There’s no reason to stay inside on a visit to Chicago (even if it is known as the Windy City) – it has a stunning skyline with skyscrapers like the Willis, Vista and Tribune Towers that will keep you looking up for hours. There is plenty to see and do al fresco. Here is Culture Trip’s guide to the best outdoor activities in Chicago.
This stunning 18-mile (29km) stretch along the shore of Lake Michigan starts from Kathy Osterman Beach in Lincoln Park and ends at the South Shore Cultural Center. The city’s vibrant skyline is in constant view, and you’ll be able to walk, stroll or run past Navy Pier and Grant Park. There are markers to tell you how far you’ve gone and drinking fountains along the way. Most importantly, you don’t have to complete the entire journey. And if you get too hot along the way (obviously only applicable in the summer), you can always jump in the lake to cool down.
This city centerpiece park is home to some of Chicago’s most iconic landmarks and attractions. It includes Museum Campus, the Art Institute of Chicago, the Field Museum of Natural History, the Shedd Aquarium and the Adler Planetarium. But its main focal point is the stunning Clarence Buckingham Memorial Fountain, which was built in 1927. It has since become a huge tourist attraction and is a perfect location to take in the breathtaking lakefront views. There are also stunningly manicured gardens where you can sit and enjoy a cup of coffee.
Lawn seating for this stunning outdoor concert venue is free, and the venue often hosts a mix of live music, from indie rock to Pacific Afro-Colombian. Designed by Frank Gehry, it is one of the world’s most state-of-the-art outdoor music pavilions. And you never have to worry about being too far from the stage with this truly immersive experience. If none of the music suits your taste, why not head down anyway, where you could take part in an outdoor yoga class or check out one of the many outdoor film screenings.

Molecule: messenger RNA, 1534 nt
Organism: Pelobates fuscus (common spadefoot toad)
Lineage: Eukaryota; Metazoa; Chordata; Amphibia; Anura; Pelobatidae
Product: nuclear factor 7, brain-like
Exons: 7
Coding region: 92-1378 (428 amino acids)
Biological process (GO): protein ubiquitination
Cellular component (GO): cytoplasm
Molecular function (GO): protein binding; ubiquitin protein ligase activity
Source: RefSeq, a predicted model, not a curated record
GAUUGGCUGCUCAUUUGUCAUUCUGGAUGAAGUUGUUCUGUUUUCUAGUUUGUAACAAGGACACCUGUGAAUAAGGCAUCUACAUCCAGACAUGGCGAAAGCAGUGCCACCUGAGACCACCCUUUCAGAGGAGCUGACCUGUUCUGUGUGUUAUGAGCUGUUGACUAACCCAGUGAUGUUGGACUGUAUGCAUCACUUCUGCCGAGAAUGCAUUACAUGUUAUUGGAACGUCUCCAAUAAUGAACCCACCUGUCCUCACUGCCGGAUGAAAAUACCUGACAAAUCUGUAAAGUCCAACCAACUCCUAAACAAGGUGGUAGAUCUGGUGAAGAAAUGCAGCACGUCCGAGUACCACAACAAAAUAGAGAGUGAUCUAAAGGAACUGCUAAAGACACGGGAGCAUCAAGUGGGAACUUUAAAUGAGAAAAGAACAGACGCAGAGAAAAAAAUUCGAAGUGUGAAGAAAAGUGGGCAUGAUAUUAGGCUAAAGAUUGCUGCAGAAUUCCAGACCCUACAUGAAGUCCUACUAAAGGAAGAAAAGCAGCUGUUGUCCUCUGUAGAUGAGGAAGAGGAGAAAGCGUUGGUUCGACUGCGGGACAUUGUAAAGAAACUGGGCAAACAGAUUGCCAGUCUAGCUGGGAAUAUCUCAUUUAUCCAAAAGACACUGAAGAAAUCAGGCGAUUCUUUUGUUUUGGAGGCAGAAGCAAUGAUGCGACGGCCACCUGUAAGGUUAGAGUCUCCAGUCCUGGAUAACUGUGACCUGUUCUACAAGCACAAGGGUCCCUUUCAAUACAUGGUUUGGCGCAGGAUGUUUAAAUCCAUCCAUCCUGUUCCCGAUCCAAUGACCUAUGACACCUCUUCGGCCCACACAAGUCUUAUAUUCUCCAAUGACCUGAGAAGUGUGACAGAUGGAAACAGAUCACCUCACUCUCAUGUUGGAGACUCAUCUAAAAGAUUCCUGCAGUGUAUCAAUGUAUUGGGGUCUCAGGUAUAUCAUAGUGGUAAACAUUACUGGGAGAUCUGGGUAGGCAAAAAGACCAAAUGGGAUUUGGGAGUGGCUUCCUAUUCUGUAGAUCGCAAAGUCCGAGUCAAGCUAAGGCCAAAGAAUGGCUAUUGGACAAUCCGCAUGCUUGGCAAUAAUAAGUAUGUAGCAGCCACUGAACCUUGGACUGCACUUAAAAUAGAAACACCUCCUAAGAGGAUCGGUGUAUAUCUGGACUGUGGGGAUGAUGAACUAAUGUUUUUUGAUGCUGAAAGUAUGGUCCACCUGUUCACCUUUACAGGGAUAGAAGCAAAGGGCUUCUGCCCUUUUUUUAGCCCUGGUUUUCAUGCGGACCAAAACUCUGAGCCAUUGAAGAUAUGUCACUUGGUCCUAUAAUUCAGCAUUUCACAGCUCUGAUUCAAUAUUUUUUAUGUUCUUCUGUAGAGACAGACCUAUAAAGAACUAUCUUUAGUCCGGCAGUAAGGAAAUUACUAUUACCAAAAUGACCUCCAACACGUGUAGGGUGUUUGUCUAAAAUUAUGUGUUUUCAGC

If art is your thing, then you’ll definitely need to check out Yoko Ono’s Skylanding, which is made up of 12 large steel lotus petals rising up from the ground in the Garden of the Phoenix. The sculpture was designed by the famous activist and artist as a symbol of peace and is on the site of a pavilion built by the Japanese government for the 1893 World’s Columbian Exposition. Another reason to visit is that the park is also the home of the beautiful Osaka Japanese Garden.
Chicago’s beaches can become crowded, particularly the closer you get to the Loop. So why not head Uptown where you can lay on the sand and feel the sun on your skin. There are plenty of amenities, and if you do get sick of sitting around enjoying all that sunshine, you can hire a volleyball court or rent a kayak.
Officially titled Cloud Gate by Indian-born British artist Sir Anish Kapoor, ‘The Bean’ is the centerpiece on the plaza at Millennium Park and is a must-see on any itinerary for Chicago. It was unveiled at the opening of the park in 2004 and has become a symbol of the city, and one of Chicago’s most photographed landmarks. It’s one of the best ways to capture the city’s skyline while still remaining in the picture at the same time. The shiny artwork is polished once in the morning and again in the evening. There’s also a crew who wipe it clean up to seven times a day to ensure there are no fingerprints left behind.